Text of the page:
India probes money laundering on 119 Vivo accounts

As part of an investigation into allegations of money laundering by the Chinese smartphone manufacturer, India’s financial crime bureau announced on Thursday that it had frozen 119 bank accounts linked to Vivo’s India business that held 4.65 billion rupees ($58.76 million)

This week, the Enforcement Directorate searched 48 locations of Vivo and its 23 affiliated organizations, alleging that Vivo India’s sale revenues were transferred out of India to reflect losses and evade taxation.

Vivo, which BBK Electronics of China owns, did not react quickly to an inquiry regarding the bank account block.

Vivo stated earlier this week that it was collaborating with authorities and was dedicated to adhering to all Indian regulations.

The directorate claimed that Vivo personnel, including some Chinese nationals, did not assist with the search and “attempted to flee, remove, and conceal digital devices.”

During the raid, the agency also seized two kilograms of gold bars and some cash, according to its statement.

Chinese embassy in India issued an appeal for a fair business climate for its enterprises in response to the news of the raids, stating late Wednesday that India’s multiple investigations into Chinese firms were hurting the confidence of foreign entities investing and operating in the country.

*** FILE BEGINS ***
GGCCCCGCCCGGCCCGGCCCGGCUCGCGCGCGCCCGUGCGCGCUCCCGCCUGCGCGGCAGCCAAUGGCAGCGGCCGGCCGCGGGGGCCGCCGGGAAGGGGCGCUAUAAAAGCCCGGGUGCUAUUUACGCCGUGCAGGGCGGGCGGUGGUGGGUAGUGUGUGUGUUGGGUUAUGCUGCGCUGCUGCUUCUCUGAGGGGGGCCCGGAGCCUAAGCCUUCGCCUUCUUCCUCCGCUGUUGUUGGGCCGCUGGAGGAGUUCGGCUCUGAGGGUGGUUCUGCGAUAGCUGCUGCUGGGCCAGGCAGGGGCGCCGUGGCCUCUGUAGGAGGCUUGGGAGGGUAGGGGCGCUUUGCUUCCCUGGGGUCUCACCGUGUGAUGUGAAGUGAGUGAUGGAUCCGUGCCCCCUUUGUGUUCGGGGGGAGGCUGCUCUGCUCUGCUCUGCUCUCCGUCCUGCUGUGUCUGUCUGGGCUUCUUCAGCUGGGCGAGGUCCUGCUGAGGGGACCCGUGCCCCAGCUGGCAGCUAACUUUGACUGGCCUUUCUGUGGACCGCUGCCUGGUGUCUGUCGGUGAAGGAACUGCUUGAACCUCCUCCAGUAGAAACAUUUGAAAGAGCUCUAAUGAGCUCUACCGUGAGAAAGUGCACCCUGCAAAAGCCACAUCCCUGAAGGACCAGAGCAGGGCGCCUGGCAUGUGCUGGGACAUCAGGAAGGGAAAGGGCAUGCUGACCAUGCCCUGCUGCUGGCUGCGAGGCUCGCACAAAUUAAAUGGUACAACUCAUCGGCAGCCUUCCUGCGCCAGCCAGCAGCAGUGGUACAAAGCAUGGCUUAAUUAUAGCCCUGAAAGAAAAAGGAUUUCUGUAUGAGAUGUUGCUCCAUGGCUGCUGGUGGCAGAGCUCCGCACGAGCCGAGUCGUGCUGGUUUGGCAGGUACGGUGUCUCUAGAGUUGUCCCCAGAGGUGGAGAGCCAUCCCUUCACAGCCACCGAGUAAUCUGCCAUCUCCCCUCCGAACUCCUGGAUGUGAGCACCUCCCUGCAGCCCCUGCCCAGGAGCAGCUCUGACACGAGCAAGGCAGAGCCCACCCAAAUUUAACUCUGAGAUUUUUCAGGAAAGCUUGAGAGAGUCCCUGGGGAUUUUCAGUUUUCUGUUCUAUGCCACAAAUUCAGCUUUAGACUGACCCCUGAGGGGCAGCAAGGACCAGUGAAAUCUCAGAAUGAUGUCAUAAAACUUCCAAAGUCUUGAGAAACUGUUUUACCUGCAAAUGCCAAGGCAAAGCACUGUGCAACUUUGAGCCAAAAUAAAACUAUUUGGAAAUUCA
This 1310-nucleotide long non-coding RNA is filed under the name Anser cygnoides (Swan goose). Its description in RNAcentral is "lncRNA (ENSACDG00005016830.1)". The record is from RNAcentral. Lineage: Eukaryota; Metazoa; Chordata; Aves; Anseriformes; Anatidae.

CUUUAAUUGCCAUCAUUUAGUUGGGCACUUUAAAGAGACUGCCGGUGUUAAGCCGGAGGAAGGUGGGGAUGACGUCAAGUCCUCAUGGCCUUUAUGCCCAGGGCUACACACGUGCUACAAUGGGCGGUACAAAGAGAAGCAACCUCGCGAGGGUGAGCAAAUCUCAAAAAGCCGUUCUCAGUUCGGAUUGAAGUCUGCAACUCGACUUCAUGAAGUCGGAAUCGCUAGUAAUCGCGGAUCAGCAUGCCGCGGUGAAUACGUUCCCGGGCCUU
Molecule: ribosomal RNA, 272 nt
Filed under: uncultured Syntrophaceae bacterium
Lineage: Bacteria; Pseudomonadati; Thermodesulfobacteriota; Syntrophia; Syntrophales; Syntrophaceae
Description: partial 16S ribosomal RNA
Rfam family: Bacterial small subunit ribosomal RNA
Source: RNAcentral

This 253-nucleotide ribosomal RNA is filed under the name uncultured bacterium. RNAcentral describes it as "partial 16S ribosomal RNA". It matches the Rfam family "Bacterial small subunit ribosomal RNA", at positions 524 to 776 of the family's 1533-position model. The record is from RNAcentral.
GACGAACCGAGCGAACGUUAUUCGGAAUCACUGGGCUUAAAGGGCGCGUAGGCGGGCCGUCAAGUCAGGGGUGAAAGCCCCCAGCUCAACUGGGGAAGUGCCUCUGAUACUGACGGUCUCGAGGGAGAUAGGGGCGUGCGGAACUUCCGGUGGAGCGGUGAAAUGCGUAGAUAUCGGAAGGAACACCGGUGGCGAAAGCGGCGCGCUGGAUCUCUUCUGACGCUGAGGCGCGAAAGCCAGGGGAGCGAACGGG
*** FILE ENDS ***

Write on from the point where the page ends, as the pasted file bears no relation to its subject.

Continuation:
In its investigation of Vivo, the federal agency alleges that the business sent nearly half its total sales of $1.25 trillion ($15.82 billion) to China “to disclose enormous losses in Indian-incorporated entities to evade payment of taxes in India.”

The investigation began in February 2022, according to the statement.

Xiaomi, the market leader in India for smartphones, has also been investigated since February, with the Enforcement Directorate confiscating $725 million from the company’s India bank accounts in April because it had made unlawful remittances abroad “under the pretense of royalty payments.”

Following a lawsuit by Xiaomi, an Indian court has temporarily removed the ban. Xiaomi denies any wrongdoing. The case is still open.

After political tensions escalated following a border conflict in 2020, several Chinese companies have had difficulty conducting business in India. Since then, India has used security concerns to justify the cancellation of more than 300 Chinese applications and has tightened regulations on Chinese investment.

According to Counterpoint Research, Vivo is one of the largest smartphone manufacturers in India, with a 15% market share.

Xiaomi has the largest market share at 24 percent, followed by Samsung Electronics with 18 percent.